But they are also, I believe, generally misunderstood. Sanctions are normally intended to alter the behavior of the country being sanctioned — to punish it for what it is doing, to keep it from continuing practices or policies others find objectionable, or both.
And overtly, that is the function of these sanctions. But that is not their actual purpose.
Now, I do not know whether Iran’s government has a hidden military agenda to its nuclear program. Given Israel’s own nuclear capabilities, and the very different fates of Iraq (which had no nuclear weapons) and North Korea (which did), any sensible country anywhere on Israel’s enemies list — which is by extension today America’s target list — would acquire a deliverable nuclear capability by any means whatsoever as soon as possible.
But the reality is to see sanctions against Iran in the same light as inspections for the non-existent WMDs (weapons of mass destruction) in Iraq in 2002-2003. In those days, the US and its close partners kept insisting that Iraq had WMDs when none of the inspectors on the ground, including the US representatives, found or believed it had.
Yet the claims persisted, and the purpose was to condition the US public for a war that need never have happened, except for Israel and its partisans in the US. And they succeeded. Americans generally believed the false claims, generally supported the war against Iraq, and whatever disenchantment occurred took place only because the war and the subsequent occupation did not proceed as smoothly as its architects had intended.
This is the pattern being repeated against Iran. The real purpose of sanctions is not to affect the policies of the Iranian government, because nothing it does will affect the sanctions. It is to prepare the US public for an attack against Iran, almost certainly in conjunction with Israel, to destroy Israel’s last remaining competitor in the region and to provide a cover for Israel’s expulsion of the Palestinians from the West Bank and Gaza, into Jordan and the Sinai respectively.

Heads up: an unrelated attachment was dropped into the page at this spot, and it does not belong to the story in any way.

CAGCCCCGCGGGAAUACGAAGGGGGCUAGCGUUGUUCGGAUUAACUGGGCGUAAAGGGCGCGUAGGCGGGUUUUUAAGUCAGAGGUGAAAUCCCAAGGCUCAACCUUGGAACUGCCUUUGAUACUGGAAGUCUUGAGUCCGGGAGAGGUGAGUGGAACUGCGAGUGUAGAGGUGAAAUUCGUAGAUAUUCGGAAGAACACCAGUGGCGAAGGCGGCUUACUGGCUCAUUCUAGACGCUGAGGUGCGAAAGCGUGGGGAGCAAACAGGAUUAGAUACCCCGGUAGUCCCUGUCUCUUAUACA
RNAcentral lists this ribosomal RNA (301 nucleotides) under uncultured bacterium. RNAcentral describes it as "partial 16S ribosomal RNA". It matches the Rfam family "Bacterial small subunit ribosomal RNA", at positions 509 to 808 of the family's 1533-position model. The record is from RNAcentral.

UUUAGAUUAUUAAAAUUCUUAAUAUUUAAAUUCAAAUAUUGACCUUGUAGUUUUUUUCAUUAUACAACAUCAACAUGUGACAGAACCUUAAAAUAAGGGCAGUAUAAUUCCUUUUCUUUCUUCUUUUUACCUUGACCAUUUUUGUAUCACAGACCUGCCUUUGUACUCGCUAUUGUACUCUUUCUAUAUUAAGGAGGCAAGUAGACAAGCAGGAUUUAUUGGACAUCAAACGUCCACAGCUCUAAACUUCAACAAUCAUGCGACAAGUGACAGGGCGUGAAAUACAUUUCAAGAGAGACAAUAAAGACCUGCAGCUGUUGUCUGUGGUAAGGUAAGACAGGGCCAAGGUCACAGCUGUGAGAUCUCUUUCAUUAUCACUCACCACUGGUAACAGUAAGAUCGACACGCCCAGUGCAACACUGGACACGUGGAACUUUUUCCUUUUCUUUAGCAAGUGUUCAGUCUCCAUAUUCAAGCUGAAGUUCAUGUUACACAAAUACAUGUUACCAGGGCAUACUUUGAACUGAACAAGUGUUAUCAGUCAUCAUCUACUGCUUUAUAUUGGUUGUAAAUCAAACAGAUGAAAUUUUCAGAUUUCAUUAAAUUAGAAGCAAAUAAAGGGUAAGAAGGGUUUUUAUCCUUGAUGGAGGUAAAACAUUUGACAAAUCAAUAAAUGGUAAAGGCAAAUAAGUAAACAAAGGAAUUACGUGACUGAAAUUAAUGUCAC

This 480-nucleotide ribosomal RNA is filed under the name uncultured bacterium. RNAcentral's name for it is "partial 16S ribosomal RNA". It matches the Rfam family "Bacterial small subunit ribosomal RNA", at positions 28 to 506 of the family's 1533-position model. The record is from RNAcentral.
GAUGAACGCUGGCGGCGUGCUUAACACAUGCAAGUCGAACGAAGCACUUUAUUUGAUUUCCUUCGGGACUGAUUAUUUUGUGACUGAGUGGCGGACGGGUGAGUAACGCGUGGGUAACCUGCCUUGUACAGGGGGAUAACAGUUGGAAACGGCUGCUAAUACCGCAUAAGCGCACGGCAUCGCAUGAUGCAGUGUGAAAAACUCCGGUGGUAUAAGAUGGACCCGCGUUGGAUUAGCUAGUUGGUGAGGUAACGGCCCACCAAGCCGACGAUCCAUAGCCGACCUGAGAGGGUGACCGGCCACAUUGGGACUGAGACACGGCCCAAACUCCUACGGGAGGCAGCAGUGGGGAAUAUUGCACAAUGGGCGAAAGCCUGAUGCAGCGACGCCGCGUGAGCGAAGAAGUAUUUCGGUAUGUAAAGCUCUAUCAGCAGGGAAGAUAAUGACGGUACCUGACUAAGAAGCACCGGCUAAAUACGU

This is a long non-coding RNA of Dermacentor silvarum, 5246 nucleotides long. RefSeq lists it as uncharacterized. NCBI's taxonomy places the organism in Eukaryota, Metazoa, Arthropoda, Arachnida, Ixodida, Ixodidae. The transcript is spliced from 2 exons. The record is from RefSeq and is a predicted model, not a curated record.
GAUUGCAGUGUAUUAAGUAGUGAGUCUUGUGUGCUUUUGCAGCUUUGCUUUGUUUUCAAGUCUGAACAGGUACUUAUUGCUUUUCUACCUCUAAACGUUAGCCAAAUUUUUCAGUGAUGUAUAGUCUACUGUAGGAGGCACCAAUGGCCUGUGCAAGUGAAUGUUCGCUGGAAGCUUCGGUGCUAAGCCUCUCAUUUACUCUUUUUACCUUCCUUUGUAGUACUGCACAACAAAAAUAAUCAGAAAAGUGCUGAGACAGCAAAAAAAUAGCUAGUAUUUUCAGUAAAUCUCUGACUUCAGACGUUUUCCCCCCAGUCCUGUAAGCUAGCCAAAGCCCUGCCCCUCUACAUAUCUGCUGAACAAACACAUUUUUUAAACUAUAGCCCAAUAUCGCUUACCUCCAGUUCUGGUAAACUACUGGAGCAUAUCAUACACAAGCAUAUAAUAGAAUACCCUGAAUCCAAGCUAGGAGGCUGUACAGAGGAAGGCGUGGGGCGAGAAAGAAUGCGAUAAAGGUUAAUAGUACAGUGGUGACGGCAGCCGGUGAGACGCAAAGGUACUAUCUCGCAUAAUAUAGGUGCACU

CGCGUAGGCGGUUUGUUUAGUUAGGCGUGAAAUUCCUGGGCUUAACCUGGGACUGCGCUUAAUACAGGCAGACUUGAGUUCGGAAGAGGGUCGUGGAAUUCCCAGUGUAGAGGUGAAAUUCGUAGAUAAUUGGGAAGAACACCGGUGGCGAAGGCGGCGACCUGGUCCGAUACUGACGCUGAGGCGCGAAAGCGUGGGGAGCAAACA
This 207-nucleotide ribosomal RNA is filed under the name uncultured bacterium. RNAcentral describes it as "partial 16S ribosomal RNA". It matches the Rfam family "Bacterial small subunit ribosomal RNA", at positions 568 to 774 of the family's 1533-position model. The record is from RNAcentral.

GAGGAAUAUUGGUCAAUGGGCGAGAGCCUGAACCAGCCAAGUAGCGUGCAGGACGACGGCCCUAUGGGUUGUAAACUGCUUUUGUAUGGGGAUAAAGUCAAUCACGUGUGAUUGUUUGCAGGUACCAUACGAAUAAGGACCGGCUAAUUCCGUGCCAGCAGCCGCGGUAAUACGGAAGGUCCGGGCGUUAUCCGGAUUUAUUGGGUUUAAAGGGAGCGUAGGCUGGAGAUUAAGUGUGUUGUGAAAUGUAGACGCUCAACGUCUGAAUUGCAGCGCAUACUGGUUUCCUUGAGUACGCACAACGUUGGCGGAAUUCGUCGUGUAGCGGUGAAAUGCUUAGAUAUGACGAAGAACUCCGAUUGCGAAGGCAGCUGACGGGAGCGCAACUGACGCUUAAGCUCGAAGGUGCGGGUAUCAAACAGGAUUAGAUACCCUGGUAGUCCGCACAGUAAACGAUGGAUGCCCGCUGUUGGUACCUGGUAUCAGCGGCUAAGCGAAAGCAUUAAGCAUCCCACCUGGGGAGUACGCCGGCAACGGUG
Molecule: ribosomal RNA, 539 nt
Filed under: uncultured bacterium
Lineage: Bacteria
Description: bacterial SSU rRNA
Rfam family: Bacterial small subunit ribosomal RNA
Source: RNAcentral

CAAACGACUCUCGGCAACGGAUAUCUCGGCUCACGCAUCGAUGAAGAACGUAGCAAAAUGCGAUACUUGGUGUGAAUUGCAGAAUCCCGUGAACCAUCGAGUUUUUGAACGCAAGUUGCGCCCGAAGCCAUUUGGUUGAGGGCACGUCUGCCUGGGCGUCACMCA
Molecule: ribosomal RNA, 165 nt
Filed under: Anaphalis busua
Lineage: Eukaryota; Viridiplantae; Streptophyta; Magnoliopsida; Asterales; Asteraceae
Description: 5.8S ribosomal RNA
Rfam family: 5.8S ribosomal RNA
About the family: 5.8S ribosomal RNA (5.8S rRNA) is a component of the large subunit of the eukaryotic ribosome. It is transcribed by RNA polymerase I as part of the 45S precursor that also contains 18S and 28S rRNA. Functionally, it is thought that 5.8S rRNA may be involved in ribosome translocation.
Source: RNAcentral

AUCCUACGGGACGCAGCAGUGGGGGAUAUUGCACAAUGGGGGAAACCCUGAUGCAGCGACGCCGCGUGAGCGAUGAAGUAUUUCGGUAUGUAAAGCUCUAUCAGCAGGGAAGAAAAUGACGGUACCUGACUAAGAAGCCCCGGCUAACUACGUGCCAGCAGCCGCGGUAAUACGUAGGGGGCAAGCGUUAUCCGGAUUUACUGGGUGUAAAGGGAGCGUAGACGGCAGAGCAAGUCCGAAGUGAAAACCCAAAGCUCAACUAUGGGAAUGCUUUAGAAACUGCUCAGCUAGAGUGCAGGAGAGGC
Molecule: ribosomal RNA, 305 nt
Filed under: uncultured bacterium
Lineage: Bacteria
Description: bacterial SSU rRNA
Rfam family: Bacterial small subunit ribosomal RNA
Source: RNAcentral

So it would be unwise either to disregard sanctions or to try to accommodate them. The only sensible response, I believe, for Iran and its friends is to put in place something that the US would not dare to attack. That inevitably means something with or from China or India, especially the former, no matter what the cost — because anything expended to preclude a US-Israeli strike would be far cheaper than enduring that strike and its aftermath, even if the region then exploded in America’s face. Watching an enemy suffer is fine, but not at that price.
*Alan Sabrosky (Ph.D, University of Michigan) is a ten-year US Marine Corps veteran and a graduate of the US Army War College